Minimal logging server & clients

Having solved backups, I attacked the the next important thing that gets in the way of building actual functionality: error logging. I've had some trouble setting up Sentry (possibly more my fault than Sentry's, but it does much more than I need so it's more work). I also tried Loggly which doesn't need server setup, but it captured mostly irrelevant syslog stuff and I'd need to pay a lot to keep logs for more than 7 days. So I figured... full post»

Reset static files cache each version (Django)

Ideally, you'd want your static files to be cached so that clients don't need to request them at all. In Apache, you can achieve this with: ExpiresActive on ExpiresDefault "access plus 1 year" Header append Cache-Control public But you also want the clients to request the new version as soon as anything changes. Since this can't be achieved with cache headers (they'll not request the files, so they never get the header), you can change the name instead. There's a... full post»

Logging to files

Logging the output of a shell script is easy enough: ./ 1> log.out 2> log.err But if it the output is long and you find an error, you might want to know which output corresponds to it. Logging errors to one file, and output+errors to another is a little more tricky. And there are other potentially useful features: Truncate the log file if it gets too long. Keep the last part, and ideally whole lines. Add timestamps to each line... full post»

Ubuntu macros

The macro feature of Notepad++ was really useful. On Ubuntu I've had to do without Notepad++, and anyway it would be better to have something that works inn any program. I've found/made something today, and since StackOverflow locks all questions about such things, I'll post it here. First, install xmacro using sudo apt-get install -y xmacro. The basic commands are xmacrorec2 > "$macrofile" and xmacroplay "$DISPLAY" < "$macrofile". I've made a few small improvements: Assigned hotkeys so I can use... full post»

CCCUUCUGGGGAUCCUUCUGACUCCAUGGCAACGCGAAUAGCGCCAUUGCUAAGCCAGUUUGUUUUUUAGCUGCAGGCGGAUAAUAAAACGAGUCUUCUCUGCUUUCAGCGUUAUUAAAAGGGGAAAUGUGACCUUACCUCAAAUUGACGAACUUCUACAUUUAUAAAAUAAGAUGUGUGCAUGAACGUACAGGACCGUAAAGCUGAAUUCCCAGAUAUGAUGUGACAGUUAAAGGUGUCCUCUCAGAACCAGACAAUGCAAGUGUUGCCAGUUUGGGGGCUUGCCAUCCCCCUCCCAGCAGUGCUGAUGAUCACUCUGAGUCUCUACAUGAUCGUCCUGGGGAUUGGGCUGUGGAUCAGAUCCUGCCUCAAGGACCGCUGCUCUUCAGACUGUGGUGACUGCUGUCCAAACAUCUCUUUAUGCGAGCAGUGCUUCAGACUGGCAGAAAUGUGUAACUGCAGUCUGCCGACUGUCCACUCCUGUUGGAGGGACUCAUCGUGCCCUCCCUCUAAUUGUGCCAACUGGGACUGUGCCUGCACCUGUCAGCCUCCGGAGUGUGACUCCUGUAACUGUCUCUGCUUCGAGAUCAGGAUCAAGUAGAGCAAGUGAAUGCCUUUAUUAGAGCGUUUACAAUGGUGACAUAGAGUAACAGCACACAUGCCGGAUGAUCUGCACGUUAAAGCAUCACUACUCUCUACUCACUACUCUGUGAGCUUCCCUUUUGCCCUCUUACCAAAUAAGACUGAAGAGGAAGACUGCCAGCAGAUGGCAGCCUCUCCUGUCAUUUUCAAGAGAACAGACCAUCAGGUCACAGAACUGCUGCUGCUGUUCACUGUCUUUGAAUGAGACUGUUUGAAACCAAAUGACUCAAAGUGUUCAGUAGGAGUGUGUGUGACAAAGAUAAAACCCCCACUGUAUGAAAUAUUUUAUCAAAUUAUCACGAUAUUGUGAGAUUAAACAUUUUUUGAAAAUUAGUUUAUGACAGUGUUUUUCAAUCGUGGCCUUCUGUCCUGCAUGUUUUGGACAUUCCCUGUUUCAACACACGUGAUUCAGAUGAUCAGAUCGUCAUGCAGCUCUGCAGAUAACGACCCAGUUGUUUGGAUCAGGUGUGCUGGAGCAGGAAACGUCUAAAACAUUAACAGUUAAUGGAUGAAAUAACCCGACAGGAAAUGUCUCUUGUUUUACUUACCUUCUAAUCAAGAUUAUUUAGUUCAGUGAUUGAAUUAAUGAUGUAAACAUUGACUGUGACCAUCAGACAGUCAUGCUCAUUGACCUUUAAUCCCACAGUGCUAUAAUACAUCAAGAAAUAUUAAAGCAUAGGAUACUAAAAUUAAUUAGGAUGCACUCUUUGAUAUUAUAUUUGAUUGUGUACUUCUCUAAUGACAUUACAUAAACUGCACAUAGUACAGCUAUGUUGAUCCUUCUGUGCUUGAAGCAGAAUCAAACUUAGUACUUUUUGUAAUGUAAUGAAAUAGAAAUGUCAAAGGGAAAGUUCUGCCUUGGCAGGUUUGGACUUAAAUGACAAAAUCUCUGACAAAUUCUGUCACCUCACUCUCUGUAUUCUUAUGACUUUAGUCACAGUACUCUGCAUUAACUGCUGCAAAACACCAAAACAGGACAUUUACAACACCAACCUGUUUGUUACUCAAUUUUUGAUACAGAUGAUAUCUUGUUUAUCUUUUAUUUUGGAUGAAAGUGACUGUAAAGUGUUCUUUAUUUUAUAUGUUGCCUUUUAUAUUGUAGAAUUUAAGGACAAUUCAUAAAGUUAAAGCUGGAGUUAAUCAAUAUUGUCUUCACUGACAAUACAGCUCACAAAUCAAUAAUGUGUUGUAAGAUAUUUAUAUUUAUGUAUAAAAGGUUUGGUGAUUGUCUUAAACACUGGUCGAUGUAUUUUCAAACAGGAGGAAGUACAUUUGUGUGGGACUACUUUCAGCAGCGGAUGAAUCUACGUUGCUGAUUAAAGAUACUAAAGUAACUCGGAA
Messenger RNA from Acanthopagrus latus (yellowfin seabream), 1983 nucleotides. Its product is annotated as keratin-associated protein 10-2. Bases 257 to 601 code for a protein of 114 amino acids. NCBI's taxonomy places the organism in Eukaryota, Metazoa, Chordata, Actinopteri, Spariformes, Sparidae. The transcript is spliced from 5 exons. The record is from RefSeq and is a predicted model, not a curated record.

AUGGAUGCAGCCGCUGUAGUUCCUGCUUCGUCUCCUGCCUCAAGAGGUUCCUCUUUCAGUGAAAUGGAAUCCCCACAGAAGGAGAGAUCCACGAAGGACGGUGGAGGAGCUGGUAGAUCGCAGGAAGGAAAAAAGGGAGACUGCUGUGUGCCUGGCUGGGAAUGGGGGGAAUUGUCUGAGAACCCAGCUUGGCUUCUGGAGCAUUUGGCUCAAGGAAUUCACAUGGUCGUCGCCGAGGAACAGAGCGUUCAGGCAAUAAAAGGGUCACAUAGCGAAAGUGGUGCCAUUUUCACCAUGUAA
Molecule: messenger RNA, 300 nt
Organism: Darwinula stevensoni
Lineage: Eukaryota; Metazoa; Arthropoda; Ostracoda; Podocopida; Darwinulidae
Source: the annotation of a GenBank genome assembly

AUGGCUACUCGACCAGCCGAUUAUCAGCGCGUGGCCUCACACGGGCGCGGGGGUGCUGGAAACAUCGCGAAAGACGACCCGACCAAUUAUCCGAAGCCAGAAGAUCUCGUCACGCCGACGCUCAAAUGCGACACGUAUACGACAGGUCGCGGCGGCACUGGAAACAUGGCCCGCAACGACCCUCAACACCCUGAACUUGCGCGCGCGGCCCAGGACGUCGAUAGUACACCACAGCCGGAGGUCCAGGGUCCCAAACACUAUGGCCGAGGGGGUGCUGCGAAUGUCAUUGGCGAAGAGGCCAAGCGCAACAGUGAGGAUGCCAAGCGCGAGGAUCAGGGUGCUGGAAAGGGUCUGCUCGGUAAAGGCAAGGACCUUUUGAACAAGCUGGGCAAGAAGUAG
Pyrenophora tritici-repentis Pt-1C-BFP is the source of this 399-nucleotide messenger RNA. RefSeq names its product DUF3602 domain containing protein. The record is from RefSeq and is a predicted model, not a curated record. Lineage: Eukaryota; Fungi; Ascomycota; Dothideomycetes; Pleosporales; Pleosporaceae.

JSON: comments, order & numpy

Natively, JSON files do not support comments. Douglas Crockford removed them early on to prevent parsing directives, and the json standard is frozen now so they'll never return. Douglas Crockford is, of course, a pretty smart guy, so I'm not going to argue that decision. But like many other people, I want comments anyway. There's a package commentjson, but unfortunately it does not support Python 3. There are several other json tricks I like, so I made my own package... full post»

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  1. Some reasons I do not like javascript @Mark A side effect of implicit type conversions https://kahde...
  2. Some reasons I do not like javascript @Mark Another interesting one
  3. Some reasons I do not like javascript @sander yea fuck javascript man!
  4. Rainbow colormap in javascript @Mark The post has been expanded to include non-rainbow colorm...
  5. "Invite" someone to ssh into your machine without port forwarding or firewall changes @Mark Added details about how to use the established tunnel in...
  6. Rainbow colormap in javascript @Mark Now finally with color-coded source!
  7. Bye Make, hello SCons (Fortran) @Mark For SCons' own comparison against alternatives, have a l...
  8. Ubuntu macros @Mark Macro locks have been made more reliable, to prevent any...
  9. Ubuntu macros @Mark Updated after moving the files to